In the past decade, an ever-increasing share of the embassy’s budget has gone to research cooperation, leading to a dramatic rise in co-publications between Indian and Norwegian researchers, especially in the areas of climate, energy and the environment. Now the Research Council will assume most of the responsibility for administering the embassy’s research funding. Ann Ollestad, Norway’s Ambassador to India, signed an agreement to this effect with the Research Council in New Delhi on 24 May 2012.
NOK 125 million over five years
Under the agreement, NOK 125 million will be available to promote Norwegian-Indian cooperation in the period 2012-2016. The funding will be administered by the INDEMB activity, which was recently established under the Research Council’s Norway – Global Partner programme (NORGLOBAL). The efforts will be closely coordinated with other Norwegian-Indian research cooperation administered by the Research Council’s Norwegian Programme for Research Cooperation with India (INDNOR).
The signing in New Delhi. From left: Renu Wadehra , Vivek Kumar, Signe Gilen, Aslak Bruno and Ambassador Ann Ollestad of the Norwegian Embassy, Hans Borchgrevink, Marianne Jensen and Inger-Ann Ulstein of the Research Council.
The Research Council will also follow up projects already underway, representing an overall budget of approximately NOK 30 million.
“The embassy’s funding for research cooperation between Norway and India is a long-term investment that both countries will benefit from greatly,” says Ambassador Ollestad.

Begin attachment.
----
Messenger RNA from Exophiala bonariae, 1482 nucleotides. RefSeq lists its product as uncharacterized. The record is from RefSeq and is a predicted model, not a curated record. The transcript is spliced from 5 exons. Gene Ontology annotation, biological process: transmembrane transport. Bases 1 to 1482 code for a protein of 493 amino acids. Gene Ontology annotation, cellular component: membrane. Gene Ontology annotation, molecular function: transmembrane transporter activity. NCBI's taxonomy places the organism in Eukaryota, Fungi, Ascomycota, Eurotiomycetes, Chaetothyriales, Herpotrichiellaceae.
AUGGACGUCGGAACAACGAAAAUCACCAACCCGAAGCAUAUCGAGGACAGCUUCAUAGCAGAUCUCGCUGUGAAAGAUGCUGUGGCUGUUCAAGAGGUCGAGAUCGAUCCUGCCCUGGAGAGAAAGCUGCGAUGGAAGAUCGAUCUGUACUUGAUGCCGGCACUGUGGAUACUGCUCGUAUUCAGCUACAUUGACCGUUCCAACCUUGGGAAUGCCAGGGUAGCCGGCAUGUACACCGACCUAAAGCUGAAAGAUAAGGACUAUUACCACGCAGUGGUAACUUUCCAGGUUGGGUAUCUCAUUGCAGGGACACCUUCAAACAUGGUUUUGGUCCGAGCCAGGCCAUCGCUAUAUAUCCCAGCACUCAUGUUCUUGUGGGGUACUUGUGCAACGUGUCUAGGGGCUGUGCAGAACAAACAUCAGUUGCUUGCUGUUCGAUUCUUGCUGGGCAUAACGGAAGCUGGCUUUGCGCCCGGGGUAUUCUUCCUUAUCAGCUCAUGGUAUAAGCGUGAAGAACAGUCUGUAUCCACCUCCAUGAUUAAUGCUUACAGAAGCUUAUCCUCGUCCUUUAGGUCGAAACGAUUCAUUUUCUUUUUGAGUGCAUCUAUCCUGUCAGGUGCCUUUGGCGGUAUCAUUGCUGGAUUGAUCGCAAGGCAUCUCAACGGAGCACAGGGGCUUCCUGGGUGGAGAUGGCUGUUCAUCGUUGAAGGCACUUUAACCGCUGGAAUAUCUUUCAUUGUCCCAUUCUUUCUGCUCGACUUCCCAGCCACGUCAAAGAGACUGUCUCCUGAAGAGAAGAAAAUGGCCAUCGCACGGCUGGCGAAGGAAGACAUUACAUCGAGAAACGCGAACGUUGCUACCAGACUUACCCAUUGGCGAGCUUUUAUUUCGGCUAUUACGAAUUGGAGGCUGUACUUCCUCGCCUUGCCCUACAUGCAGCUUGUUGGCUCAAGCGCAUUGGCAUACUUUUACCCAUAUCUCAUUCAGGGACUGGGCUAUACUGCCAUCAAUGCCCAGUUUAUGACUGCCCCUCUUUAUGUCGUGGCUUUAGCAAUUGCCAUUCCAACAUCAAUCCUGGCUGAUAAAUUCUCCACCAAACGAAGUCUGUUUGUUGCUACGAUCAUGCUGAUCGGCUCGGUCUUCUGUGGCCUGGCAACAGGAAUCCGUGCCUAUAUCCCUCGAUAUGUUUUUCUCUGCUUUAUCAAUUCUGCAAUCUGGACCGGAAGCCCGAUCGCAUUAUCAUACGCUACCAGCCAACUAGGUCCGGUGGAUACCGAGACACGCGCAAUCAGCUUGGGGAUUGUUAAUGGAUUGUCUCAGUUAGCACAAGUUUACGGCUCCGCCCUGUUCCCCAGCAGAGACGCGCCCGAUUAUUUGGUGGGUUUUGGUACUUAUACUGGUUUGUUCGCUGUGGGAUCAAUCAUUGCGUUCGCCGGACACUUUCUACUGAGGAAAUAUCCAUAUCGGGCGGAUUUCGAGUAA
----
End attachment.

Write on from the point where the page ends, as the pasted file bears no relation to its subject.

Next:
This is the first time that the Research Council has signed an agreement with an embassy to administer its research budget.
Better coordination and open competition
“Thanks to this agreement, the range of Norwegian research cooperation with India will be better coordinated,” states Jesper Simonsen, Executive Director of the Division for Society and Health at the Research Council.
“The Research Council can help to improve how the funding is utilised by ensuring openness and competition, which will lead to higher quality in research. This will be a huge advantage for the research institutions. From our perspective, we view this new cooperative measure as a way to strengthen the internationalisation of Norwegian research even further,” says Mr Simonsen.
Thematic programmes to form basis
Funding of up to NOK 25 million will be announced annually for new cooperative projects between Norway and India, primarily through relevant thematic programmes under the Research Council. Calls for proposals may also be issued jointly with the Indian authorities.
The applicants must be Norwegian research institutions and companies working in close cooperation with research institutions in India. The Research Council will use the same expert advisory group to assess the applications as it uses for the INDNOR programme.
The thematic focus has yet to be decided but it is likely that the first funding announcement will follow up two working meetings held recently under the auspices of the INDNOR programme on the social sciences and humanities.